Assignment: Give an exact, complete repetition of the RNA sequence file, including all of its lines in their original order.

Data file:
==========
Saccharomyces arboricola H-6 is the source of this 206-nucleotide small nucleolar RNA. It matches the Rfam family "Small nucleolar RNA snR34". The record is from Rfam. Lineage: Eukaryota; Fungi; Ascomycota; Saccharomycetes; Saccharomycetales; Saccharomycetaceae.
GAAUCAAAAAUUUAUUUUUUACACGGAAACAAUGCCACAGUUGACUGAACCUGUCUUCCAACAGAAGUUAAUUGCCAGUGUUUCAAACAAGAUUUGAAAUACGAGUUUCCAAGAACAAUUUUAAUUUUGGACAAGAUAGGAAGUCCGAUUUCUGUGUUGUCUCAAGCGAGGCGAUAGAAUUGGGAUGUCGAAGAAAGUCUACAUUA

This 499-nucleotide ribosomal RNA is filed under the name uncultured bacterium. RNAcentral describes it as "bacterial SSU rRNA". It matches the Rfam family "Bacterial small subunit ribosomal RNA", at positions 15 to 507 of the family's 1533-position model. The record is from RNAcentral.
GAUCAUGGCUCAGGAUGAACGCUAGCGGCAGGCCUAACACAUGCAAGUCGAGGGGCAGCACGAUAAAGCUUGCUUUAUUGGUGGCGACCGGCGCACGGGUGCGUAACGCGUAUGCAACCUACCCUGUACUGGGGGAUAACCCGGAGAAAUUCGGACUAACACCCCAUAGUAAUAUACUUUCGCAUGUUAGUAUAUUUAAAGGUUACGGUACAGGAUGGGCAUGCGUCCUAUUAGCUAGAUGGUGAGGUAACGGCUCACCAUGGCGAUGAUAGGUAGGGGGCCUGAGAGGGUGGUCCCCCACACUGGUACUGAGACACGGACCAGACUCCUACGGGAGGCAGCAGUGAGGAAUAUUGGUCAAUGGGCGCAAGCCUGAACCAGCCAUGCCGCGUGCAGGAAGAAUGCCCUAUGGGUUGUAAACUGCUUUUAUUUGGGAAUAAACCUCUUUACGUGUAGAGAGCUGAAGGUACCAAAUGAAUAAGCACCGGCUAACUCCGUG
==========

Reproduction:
Saccharomyces arboricola H-6 is the source of this 206-nucleotide small nucleolar RNA. It matches the Rfam family "Small nucleolar RNA snR34". The record is from Rfam. Lineage: Eukaryota; Fungi; Ascomycota; Saccharomycetes; Saccharomycetales; Saccharomycetaceae.
GAAUCAAAAAUUUAUUUUUUACACGGAAACAAUGCCACAGUUGACUGAACCUGUCUUCCAACAGAAGUUAAUUGCCAGUGUUUCAAACAAGAUUUGAAAUACGAGUUUCCAAGAACAAUUUUAAUUUUGGACAAGAUAGGAAGUCCGAUUUCUGUGUUGUCUCAAGCGAGGCGAUAGAAUUGGGAUGUCGAAGAAAGUCUACAUUA

This 499-nucleotide ribosomal RNA is filed under the name uncultured bacterium. RNAcentral describes it as "bacterial SSU rRNA". It matches the Rfam family "Bacterial small subunit ribosomal RNA", at positions 15 to 507 of the family's 1533-position model. The record is from RNAcentral.
GAUCAUGGCUCAGGAUGAACGCUAGCGGCAGGCCUAACACAUGCAAGUCGAGGGGCAGCACGAUAAAGCUUGCUUUAUUGGUGGCGACCGGCGCACGGGUGCGUAACGCGUAUGCAACCUACCCUGUACUGGGGGAUAACCCGGAGAAAUUCGGACUAACACCCCAUAGUAAUAUACUUUCGCAUGUUAGUAUAUUUAAAGGUUACGGUACAGGAUGGGCAUGCGUCCUAUUAGCUAGAUGGUGAGGUAACGGCUCACCAUGGCGAUGAUAGGUAGGGGGCCUGAGAGGGUGGUCCCCCACACUGGUACUGAGACACGGACCAGACUCCUACGGGAGGCAGCAGUGAGGAAUAUUGGUCAAUGGGCGCAAGCCUGAACCAGCCAUGCCGCGUGCAGGAAGAAUGCCCUAUGGGUUGUAAACUGCUUUUAUUUGGGAAUAAACCUCUUUACGUGUAGAGAGCUGAAGGUACCAAAUGAAUAAGCACCGGCUAACUCCGUG